Seriously, I love my job as a college professor. I think my biggest distraction was my addiction to story. I love good movies. I love good TV. I love good books. There are so many interesting stories in various media that I sometimes had to remind myself to stop engaging with other people’s work and go produce some of my own. 

If you could introduce one of your characters to any character from another book, who would it be and why? 
I’d introduce Raymond Turner to Stephen King’s Roland Deschain. I imagine Roland could give Ray some useful advice on how to run a ka-tet—what to do, and what you absolutely shouldn’t do. Plus, Roland’s used to dealing with all kinds of supernatural and/or sci-fi stuff, so I doubt the Piney Woods Kid would hold much terror for him. He could just look at Ray with those “blue bombardier’s eyes” and lay out a plan. 

What was the most surprising thing you learned in creating Raymond and Darrell? 
I was pretty surprised when, around draft three, I learned that Raymond Turner and Rennie Roark were siblings. In earlier drafts, they weren’t related and didn’t even know each other until, for rather labyrinthine reasons, she sought him out over the Internet. In streamlining the plot and getting rid of clutter, I found those initial scenes between them changing. It’s always pretty cool when the people living in your imagination begin to act on their own. 

I had initially conceived of Darrell LeBlanc as a Gary Cooper-style cool-as-the-other-side-of-the-pillow tough guy. Some of that initial characterization remains, but he’s much more approachable and grounded in the everyday than I first imagined him. 

I wasn’t surprised that things changed significantly during revision; that’s just how the process works. But I was often surprised at the direction some of those changes took. 

These books weren’t necessarily published this year, but I read or re-read them in 2020. 
  • 1. There There by Tommy Orange—The book traces the history of and connections between a group of Native American characters navigating life in Oakland. Structured like As I Lay Dying and A Gathering of Old Men, Orange’s often lyrical yet always grounded prose is a joy to read.
  • 2. In the Dream House by Carmen Maria Machado—An experimental memoir about surviving an abusive lesbian relationship, the book highlights Machado’s rich imagination and suggests new and exciting forms that personal writing might take.
  • 3. Call Them by Their True Names: American Crises (and Essays) by Rebecca Solnit—One of American nonfiction’s most interesting thinkers, Solnit has written an essay collection for our turbulent times. She takes on subjects such as Donald Trump, gentrification, climate change, police violence, and the American prison system. Whether you ultimately agree with her or not, Solnit’s work is absolutely essential to our historical moment.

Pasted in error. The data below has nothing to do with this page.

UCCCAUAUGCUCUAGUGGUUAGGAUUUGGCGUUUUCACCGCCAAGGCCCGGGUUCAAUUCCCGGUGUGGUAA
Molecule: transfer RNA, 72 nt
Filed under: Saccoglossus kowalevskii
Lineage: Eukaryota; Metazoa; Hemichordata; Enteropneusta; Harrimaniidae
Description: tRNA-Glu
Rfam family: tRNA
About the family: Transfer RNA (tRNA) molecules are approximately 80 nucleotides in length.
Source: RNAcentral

• 4. The Hunger by Alma Katsu—An excellent entry in the speculative historical fiction genre, this book imagines the journey, crisis, and destruction of the Donner Party. Supernatural predators! Cannibalism! Power struggles! Shady pasts! Sexual politics! What’s not to love?
  • 5. The Friend by Sigrid Nunez—A short and heartbreaking novel about grief, recovery, and the relationship between humans and dogs, this novel won the 2018 National Book Award. Read it with a box of tissues close by.
  • 6. The Yellow House by Sarah M. Broom—This memoir focuses on an African American family’s life in New Orleans before, during, and after Hurricane Katrina. Enlightening, gripping, and heartbreaking, the book should be on everyone’s must-read list.
  • 7. The Line Becomes a River by Francisco Cantu—This memoir chronicles the Latinx author’s complex relationship with the Mexican-American border. As a young man, Cantu joins the Border Patrol against his mother’s wishes. During and after his time on the job, Cantu learns much about the nature of borderlands, of policing, of how border policy affects human lives on both sides, and more. And his prose rocks.
  • 8. The Wind Through the Keyhole by Stephen King—Though I devoured King’s Dark Tower series as they appeared on the market, I was late to the party with this one. The delay was partially due to my busy life, but I was also apprehensive about a book King wrote later and wedged into the middle of the series. I was pleasantly surprised. King has constructed a nesting-doll novel with three different but intertwined stories—not the easiest feat to pull off, but he does it well.
  • 9. Night Sky with Exit Wounds by Ocean Vuong—I re-read this poetry collection this year, and as always, I was stunned by Vuong’s voice and imagery. I love his frank and honest portrayal of his subject matter. If you’re in the market for some good poems, and especially if you are interested in LGBTQ literature, I recommend this book.